The Action Network has you covered with the top fantasy football players for 2018, but which guys should you target in the later rounds of your draft?
Our staff makes its top picks for this season’s fantasy football sleepers.
Note: Average Draft Projection (ADP) for 12-team PPR leagues courtesy of Fantasy Football Calculator (as of Aug. 22).
Nelson Agholor, WR, Philadelphia Eagles
ADP: 102 (WR42)
Finding his niche in a “big slot” role in Philadelphia, the 2015 first-rounder turned in a post-hype breakout campaign last season, quietly finishing as the WR21 overall and WR28 in points per game.
As he began to flourish, his role grew. Between Week 13 and the Super Bowl (excluding Week 17), Agholor averaged 8.1 targets and 5.9 receptions per game. It’s worth noting that Zach Ertz missed one of those games, but Agholor still led the Eagles in targets in Ertz’s active games in that span.
With Alshon Jeffery’s shoulder surgery putting him against the clock for Week 1 and potentially hindering him early in the season, Agholor has the potential for an even higher-volume role. – Chris Raybon
Matt Breida, RB, San Francisco 49ers
ADP: 136.8 (RB50)
Most are expecting the newly acquired Jerick McKinnon to handle the lion’s share of running back touches in San Francisco, but McKinnon remains overrated as a ball carrier. He averaged only 3.8 yards per carry on 150 carries for the Vikings last season after averaging just 3.4 yards per carry the season before.
Breida averaged 4.4 yards per carry on 105 carries for a significantly worse team in 2017 and is an excellent pass-catcher out of the backfield.
Kyle Shanahan utilized a two-headed monster approach at RB as the offensive coordinator in Atlanta, and he could take the same approach in San Francisco. Breida should have some stand-alone value right out of the gate in PPR leagues and would be an every-week starter if McKinnon went down with an injury. – Matt LaMarca
John Brown, WR, Baltimore Ravens
ADP: 138.8 (WR57)
Brown is slated to start for the Ravens, has reportedly stood out in practice and now seems healthy for the first time since 2015, when he had a 1,000-yard campaign in his second NFL season.
Brown can line up across the formation, and his deep speed is a natural complement to Joe Flacco’s strong arm. Brown has a real chance to overtake the almost 31-year-old Michael Crabtree as the No. 1 receiver on an unsettled depth chart. – Matthew Freedman
“Smokey” Brown is being overlooked right now if he is in fact healthy heading into 2018.
For the past couple of seasons he has battled a range of injuries that appear to be linked to his sickle cell trait. Apparently the trait flares up more in hot and humid weather, so maybe leaving the desert in Arizona will help curb the issue.
Flacco seems poised for a highly motivated season — a la Alex Smith last year — with the Ravens sending the veteran QB a signal by drafting Lamar Jackson. I think he steps up big, with Brown as one of his go-to guys. Brown is going late enough that he can easily be dropped if he doesn’t pan out after a few weeks. – Sean Koerner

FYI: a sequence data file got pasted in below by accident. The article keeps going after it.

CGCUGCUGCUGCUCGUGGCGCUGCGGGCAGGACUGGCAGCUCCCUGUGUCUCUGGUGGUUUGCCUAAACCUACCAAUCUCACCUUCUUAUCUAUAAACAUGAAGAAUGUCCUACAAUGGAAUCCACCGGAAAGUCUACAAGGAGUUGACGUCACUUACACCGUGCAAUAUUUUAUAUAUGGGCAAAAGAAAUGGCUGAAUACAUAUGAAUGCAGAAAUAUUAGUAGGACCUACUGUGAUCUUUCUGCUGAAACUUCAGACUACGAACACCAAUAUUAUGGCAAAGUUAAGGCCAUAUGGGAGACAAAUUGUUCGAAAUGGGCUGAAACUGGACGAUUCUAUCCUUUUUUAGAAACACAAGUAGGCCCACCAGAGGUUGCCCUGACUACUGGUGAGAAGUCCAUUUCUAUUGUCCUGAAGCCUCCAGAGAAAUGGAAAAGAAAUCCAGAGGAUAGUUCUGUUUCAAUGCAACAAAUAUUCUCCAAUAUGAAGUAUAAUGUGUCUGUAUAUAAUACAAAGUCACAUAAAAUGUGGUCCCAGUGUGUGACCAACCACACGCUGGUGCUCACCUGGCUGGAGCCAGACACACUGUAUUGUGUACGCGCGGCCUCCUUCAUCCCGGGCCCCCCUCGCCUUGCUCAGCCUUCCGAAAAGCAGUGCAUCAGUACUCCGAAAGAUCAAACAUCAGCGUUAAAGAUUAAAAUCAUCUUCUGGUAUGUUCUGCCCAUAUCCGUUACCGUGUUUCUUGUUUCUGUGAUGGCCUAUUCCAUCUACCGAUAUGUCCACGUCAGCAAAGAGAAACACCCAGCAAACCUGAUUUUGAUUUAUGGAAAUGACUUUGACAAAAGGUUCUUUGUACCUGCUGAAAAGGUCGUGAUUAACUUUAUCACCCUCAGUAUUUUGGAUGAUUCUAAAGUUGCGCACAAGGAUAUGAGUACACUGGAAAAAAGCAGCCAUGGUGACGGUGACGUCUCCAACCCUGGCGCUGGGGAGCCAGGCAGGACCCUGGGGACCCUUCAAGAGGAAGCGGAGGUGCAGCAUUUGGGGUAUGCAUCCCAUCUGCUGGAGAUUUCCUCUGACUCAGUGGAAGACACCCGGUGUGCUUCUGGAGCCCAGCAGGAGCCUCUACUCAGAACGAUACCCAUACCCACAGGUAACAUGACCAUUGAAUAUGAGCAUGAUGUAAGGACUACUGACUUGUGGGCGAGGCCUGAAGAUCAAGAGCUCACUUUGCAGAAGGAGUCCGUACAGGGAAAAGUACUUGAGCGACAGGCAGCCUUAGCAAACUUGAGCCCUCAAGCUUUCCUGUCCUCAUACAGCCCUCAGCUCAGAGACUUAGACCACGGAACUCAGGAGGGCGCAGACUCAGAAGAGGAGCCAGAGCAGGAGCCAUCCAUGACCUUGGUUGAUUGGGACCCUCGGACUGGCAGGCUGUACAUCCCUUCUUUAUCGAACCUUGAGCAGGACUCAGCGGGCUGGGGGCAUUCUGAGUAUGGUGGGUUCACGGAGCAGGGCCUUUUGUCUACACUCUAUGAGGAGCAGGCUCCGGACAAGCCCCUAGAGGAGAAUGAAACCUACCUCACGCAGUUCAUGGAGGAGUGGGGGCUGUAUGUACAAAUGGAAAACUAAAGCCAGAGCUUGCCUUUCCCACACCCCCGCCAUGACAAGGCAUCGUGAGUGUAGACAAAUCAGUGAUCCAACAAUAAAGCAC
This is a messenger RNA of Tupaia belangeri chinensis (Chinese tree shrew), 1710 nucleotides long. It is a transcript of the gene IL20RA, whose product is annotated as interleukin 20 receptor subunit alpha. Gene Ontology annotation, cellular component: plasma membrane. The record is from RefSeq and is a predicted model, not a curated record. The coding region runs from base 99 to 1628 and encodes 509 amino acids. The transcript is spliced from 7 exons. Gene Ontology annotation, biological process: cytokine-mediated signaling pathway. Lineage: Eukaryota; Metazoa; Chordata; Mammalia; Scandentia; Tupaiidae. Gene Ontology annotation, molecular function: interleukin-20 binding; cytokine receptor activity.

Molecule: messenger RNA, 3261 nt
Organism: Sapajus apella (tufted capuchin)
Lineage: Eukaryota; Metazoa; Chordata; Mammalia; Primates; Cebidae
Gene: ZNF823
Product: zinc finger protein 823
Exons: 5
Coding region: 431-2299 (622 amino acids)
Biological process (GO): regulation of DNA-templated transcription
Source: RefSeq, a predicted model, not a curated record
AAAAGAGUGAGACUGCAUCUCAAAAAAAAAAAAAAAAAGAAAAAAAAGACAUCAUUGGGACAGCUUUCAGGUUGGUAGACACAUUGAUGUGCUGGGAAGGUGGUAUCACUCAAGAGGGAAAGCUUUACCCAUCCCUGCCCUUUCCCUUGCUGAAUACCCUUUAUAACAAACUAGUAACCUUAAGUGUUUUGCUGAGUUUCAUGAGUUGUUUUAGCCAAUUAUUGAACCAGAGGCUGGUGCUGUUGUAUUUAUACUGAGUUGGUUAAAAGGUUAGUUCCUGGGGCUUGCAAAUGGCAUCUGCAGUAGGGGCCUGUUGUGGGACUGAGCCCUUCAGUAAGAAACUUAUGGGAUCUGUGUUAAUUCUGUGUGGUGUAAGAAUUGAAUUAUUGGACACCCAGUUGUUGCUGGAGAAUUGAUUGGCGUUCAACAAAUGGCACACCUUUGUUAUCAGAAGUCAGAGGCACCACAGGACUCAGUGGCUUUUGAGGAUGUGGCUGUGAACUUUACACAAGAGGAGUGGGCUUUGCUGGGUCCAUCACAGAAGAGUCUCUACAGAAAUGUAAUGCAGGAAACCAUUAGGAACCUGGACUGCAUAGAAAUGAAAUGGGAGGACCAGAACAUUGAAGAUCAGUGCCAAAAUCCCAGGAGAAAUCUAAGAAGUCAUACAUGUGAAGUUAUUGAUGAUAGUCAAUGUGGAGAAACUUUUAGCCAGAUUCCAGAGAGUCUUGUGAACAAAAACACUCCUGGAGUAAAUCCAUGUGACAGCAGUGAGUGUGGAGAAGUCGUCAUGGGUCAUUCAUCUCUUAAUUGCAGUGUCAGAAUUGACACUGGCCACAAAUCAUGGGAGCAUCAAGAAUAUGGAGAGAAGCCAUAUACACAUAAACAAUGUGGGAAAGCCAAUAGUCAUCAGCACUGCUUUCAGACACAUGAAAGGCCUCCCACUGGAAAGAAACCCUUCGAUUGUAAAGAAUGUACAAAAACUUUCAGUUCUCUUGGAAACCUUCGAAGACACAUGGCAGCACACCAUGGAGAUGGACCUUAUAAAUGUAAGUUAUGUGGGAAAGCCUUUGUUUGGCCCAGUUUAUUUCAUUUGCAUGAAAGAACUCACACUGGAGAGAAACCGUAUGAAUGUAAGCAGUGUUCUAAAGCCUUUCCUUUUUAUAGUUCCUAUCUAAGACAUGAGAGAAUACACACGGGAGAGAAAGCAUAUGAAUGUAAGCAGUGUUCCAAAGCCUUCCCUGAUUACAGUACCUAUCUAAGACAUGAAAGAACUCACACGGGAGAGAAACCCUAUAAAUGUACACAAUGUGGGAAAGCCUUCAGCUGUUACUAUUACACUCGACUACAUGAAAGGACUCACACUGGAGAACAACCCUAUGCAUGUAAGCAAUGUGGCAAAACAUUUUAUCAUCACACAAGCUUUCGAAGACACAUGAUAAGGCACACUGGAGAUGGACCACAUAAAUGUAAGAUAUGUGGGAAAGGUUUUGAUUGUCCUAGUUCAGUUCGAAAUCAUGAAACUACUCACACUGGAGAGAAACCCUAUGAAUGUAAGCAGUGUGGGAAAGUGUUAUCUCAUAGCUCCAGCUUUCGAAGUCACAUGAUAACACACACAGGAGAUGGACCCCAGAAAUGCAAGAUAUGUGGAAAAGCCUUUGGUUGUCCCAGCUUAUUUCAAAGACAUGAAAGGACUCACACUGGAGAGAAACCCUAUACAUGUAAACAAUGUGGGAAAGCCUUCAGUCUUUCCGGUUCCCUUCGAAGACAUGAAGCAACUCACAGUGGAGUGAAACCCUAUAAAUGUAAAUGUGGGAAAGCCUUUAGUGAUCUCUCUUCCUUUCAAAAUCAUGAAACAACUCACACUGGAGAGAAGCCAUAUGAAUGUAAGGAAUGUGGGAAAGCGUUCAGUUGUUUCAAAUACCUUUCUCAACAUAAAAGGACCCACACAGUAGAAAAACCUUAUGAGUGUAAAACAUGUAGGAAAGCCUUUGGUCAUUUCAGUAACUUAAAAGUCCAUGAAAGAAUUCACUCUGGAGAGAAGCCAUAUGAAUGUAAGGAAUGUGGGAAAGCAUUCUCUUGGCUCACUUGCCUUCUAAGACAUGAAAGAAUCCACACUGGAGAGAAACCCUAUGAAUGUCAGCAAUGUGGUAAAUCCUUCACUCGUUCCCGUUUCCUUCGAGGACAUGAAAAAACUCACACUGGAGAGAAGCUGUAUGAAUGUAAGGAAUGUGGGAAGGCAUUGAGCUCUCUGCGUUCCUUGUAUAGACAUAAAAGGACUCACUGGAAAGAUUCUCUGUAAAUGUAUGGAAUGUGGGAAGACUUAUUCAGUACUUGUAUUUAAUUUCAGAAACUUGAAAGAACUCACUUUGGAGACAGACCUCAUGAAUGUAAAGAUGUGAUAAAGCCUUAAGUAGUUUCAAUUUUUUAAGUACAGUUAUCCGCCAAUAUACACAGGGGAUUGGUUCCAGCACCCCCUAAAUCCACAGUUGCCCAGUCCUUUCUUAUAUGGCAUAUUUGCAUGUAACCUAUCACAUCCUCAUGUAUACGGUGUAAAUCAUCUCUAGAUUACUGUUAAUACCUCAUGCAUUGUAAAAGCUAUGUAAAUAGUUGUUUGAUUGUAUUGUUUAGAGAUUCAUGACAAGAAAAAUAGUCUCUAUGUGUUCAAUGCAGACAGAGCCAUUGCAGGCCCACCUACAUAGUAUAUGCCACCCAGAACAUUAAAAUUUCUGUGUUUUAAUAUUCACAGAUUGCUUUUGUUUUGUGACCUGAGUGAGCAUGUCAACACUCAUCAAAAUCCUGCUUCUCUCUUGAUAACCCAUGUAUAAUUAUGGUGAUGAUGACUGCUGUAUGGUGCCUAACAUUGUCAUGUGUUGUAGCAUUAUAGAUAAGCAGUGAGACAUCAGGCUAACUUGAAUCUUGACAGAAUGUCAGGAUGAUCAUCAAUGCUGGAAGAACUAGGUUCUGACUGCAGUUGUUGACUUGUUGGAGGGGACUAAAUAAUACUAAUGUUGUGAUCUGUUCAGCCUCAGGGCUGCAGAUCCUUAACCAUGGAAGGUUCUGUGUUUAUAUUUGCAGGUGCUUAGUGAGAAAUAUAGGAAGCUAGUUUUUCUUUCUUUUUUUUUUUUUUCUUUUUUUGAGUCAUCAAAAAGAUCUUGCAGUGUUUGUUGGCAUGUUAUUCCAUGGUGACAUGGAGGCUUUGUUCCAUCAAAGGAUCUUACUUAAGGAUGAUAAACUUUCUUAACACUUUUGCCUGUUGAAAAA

Tyler Lockett, WR, Seattle Seahawks
ADP: 133.3 (WR54)
Lockett finished third on the Seahawks in receiving yards (555), targets (71) and air yards (922) last season. The departure of Jimmy Graham and Paul Richardson will free up 178 targets and 1,912 air yards, which bodes well for Lockett.
And if Doug Baldwin’s knee is an ongoing issue, that’s another positive for the contract-year wideout. – Justin Bailey
David Njoku, TE, Cleveland Browns
ADP: 104.1 (TE11)
Njoku was one of just 11 tight ends with at least eight catches of 20-plus yards last season despite playing only 47% of the offense’s snaps. New offensive coordinator Todd Haley appears poised to feature his 22-year-old tight end, considering Njoku played on 30 of 32 first-team snaps with Tyrod Taylor over the first two weeks of the preseason.
Njoku’s elite athleticism gives Taylor a rich man’s Charles Clay. – Ian Hartitz
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Kenny Stills, WR, Miami Dolphins
ADP: 120.0 (WR49)
Stills was the Dolphins’ leading receiver in air yards last season and second to the gone-but-not-forgotten Jarvis Landry in total targets, total receptions, total receiving yards, touchdowns and average receiving yards per game.
DeVante Parker — Stills’ biggest competition for targets — is questionable for Week 1 with a broken finger and seemingly plays with numerous broken fingers at all times, anyway.
If Stills can make the jump from a field-stretching speedster to his team’s de facto No. 1 receiver, getting him outside the top 100 is free money. – Kyle Dvorchak
Robert Woods, WR, Los Angeles Rams
ADP: 103.8 (WR43)
Woods averaged 13.6 points per game in PPR leagues last season — high-end WR2 numbers — yet he’s being drafted as a WR4.
Brandin Cooks is probably an upgrade on Sammy Watkins — especially with an offseason to get acclimated to the system — but Woods was arguably the Rams’ best receiver in 2017. His strength is finding holes in zone coverage, where he provided an 81.5% success rate last season (Reception Perception), and he should remain a prime beneficiary of Sean McVay’s commitment to generating layup throws for Jared Goff. – Joe Holka